- In the second act of La Bohème, the Bohemians find they've run up an enormous bill at Café Momus (and, inexplicably, Schaunard's fortune has already been spent). Musetta steps in and passes the bill off on her Meal Ticket, Alcindoro, who takes one look at the bill and faints.
- The premise of Recettear is Recett being left with such a debt after her father disappears, and having to open an item shop to earn enough money to pay it off. When Recett asks Tear (her fairy debt collector-turned-assistant) how much the total figure is, she refuses to say, for fear of provoking the fainting responsenote .
- Persona 4: Yosuke reacts with shock when he finds out Teddie has eaten 10 bowls of ramen on the receipt.
- And before that, Yosuke says he almost pissed in his pants when he found out the price on receipt on the clothes bought for Teddie.
- In Law's ending in Tekken 5, after using up the prize money to pay his son's hospital bill, Paul comes to him in a rickety bike carrying loads of wreckage with him. As he collapses in front of his friend, he hands him the bill for the wreckage, having pegged it on Law, who does a Wild Take. When Paul asks him to pay, Law simply knocks him out and runs away.
- The Zeekeeper's bill to help take down Bowser's Castle in Mario & Luigi: Dream Team. The mystical guardian figure actually treats the thing like a rockstar/actor's expenses bill, complete with hotel, dining, souvenirs, medical and insurance, ending up with a charge of 80 million coins. Mario's reaction when Prince Dreambert and Dreamy Luigi say he'll pay said bill is priceless (beforehand he even says Mario will hand over every single coin he's got).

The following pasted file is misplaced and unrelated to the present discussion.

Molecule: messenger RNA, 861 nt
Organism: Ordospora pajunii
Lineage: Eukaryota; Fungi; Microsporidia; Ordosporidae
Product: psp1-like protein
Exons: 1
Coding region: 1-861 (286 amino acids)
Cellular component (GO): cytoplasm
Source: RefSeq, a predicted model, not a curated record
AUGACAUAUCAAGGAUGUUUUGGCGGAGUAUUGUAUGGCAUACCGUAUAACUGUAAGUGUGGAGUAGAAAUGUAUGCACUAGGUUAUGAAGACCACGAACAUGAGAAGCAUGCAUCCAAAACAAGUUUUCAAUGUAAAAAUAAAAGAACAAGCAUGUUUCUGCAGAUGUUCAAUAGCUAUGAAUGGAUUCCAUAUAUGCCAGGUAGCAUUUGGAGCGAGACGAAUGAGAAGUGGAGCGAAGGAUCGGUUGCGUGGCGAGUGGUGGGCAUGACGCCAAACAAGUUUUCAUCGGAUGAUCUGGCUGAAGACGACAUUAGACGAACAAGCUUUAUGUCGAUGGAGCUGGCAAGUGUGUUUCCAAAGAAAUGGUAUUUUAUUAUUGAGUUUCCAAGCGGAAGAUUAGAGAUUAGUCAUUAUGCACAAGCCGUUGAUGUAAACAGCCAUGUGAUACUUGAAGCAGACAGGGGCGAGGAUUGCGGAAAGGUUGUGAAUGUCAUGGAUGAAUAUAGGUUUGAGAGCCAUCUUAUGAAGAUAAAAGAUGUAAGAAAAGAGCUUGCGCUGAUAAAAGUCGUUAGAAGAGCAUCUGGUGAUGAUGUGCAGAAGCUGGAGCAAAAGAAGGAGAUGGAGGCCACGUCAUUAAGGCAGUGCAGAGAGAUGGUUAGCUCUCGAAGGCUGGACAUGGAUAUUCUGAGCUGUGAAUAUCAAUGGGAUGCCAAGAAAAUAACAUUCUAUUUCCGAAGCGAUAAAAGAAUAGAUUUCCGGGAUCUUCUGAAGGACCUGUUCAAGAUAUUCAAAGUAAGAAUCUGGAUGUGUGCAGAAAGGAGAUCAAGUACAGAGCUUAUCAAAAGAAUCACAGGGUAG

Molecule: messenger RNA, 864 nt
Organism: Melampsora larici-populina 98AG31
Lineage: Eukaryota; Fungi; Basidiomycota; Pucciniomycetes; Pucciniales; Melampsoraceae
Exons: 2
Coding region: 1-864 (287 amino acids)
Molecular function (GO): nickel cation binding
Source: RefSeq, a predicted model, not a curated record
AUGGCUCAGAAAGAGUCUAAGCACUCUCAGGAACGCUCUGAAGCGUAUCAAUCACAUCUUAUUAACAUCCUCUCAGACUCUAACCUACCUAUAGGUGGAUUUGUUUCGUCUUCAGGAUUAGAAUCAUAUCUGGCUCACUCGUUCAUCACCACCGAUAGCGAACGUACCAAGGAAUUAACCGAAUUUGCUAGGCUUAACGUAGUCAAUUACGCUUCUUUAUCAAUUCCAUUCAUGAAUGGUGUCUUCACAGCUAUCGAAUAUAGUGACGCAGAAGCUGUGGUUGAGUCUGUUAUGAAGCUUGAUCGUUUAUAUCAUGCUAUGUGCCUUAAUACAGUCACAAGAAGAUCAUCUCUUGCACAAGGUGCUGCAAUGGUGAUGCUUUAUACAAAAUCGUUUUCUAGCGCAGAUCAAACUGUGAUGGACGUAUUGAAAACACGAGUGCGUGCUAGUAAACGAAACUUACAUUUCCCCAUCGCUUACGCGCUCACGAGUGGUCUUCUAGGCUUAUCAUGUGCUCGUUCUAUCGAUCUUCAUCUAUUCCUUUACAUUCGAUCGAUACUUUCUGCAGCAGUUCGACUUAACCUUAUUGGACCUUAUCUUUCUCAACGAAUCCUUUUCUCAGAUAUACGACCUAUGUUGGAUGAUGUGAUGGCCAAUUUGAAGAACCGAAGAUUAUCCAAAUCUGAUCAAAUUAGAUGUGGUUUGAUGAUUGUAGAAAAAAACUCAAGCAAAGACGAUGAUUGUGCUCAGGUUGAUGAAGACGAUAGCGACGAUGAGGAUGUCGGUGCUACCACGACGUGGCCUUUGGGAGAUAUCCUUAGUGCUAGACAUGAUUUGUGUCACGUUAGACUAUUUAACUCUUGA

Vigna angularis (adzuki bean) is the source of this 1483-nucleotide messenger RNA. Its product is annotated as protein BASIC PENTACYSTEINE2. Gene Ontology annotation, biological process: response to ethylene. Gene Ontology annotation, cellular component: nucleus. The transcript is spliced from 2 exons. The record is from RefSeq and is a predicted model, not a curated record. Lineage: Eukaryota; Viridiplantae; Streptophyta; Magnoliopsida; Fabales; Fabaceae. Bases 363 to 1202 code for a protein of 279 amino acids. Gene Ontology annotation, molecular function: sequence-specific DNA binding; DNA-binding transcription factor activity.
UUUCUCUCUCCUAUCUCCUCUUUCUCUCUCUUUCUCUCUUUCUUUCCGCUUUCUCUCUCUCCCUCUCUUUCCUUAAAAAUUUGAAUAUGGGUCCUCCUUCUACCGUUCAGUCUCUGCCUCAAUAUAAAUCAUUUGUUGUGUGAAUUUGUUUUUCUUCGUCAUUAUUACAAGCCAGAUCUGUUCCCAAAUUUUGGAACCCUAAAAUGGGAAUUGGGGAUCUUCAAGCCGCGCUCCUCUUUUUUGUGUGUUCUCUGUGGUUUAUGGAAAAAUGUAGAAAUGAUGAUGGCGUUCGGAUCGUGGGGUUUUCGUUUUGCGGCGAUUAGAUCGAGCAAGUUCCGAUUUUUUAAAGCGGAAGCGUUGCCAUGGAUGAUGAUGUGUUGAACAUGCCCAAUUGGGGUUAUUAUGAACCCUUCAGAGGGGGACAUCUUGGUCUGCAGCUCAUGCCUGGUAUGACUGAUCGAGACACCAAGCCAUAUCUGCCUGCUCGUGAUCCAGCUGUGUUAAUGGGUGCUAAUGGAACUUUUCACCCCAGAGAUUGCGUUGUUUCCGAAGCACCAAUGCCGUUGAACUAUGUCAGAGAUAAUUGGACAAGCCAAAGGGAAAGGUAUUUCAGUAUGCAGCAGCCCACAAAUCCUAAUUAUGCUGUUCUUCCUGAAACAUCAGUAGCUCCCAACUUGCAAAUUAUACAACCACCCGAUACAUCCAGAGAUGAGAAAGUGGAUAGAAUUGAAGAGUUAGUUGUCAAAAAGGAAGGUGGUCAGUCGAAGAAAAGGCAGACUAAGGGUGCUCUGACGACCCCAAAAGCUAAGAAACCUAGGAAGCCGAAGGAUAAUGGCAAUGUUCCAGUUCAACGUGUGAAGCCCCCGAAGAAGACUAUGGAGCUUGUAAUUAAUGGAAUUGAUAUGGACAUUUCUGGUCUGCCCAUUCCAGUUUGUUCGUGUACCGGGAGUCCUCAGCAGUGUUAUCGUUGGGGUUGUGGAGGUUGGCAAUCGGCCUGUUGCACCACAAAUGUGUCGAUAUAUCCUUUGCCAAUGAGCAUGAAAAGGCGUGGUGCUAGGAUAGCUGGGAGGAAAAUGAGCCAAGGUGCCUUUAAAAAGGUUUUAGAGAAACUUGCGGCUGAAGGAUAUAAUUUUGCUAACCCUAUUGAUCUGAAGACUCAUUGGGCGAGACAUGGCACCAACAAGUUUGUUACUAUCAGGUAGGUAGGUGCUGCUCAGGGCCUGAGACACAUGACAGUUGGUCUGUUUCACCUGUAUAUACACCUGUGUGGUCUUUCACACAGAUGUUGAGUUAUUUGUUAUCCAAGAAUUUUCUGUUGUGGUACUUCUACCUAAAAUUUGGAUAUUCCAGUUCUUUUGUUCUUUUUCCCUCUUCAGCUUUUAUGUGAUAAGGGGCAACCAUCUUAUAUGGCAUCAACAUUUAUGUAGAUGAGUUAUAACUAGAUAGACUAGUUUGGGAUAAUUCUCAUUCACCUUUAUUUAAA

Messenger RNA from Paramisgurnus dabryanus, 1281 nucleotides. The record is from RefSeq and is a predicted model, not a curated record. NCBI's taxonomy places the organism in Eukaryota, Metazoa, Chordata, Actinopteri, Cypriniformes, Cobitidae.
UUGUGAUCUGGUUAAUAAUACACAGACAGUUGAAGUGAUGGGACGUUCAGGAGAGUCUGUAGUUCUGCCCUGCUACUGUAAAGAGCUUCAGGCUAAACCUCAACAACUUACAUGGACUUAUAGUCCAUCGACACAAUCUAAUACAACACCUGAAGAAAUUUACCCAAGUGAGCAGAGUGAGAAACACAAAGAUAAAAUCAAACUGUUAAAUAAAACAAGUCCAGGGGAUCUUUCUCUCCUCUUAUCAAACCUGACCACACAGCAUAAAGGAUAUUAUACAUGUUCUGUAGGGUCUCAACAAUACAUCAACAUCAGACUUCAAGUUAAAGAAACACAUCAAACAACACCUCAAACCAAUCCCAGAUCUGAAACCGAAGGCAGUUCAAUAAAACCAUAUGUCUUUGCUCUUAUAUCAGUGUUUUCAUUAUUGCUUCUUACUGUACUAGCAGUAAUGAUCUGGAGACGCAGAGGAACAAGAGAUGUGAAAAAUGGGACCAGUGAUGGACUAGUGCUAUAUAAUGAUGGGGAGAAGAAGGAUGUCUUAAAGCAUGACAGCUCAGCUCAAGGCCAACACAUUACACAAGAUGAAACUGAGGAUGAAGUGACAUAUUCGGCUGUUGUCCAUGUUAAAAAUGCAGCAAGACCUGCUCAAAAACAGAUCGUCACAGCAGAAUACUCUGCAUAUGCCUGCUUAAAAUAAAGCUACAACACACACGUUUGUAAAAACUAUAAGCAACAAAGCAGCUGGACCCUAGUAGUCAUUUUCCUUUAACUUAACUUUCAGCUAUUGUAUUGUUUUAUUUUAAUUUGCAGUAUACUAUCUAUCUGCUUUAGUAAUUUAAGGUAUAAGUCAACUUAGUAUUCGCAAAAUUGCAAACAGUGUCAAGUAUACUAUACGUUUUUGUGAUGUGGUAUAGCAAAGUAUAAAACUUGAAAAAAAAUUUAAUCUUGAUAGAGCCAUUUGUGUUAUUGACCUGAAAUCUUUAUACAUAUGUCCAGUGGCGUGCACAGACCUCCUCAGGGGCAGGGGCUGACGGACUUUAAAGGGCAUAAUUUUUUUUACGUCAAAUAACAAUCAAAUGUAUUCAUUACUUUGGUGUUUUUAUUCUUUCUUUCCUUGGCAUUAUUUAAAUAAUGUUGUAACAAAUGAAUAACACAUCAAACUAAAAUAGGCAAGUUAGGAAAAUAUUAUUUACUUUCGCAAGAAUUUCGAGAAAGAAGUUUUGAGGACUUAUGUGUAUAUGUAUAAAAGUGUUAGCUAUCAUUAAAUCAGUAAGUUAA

- In The Legend of Zelda: Twilight Princess, Link has to threaten a certain character with one of these in order to get him to divulge some plot-important information. The description says that the total amount is 'astronomical'.
- In Tales of Xillia 2, Ludger is pinned with a massive bill by Redau for some medical treatment he gave him without consent, and proceeds to give him additional charges for keeping Elle in his custody (Abusing his position in the local Mega Corp. to do so). He ends up with a bill of twenty million gald in total, and you're required to pay it off little by little as you progress through the story.
- After Star Fox 64's credits, The Stinger is of General Pepper receiving an invoice for the Star Fox team's services rendered amounting to $64 per point of your final score. He'll declare a low amount to be Worth It, but if you've scored over 1200 points, Pepper will let out a Big "WHAT?!"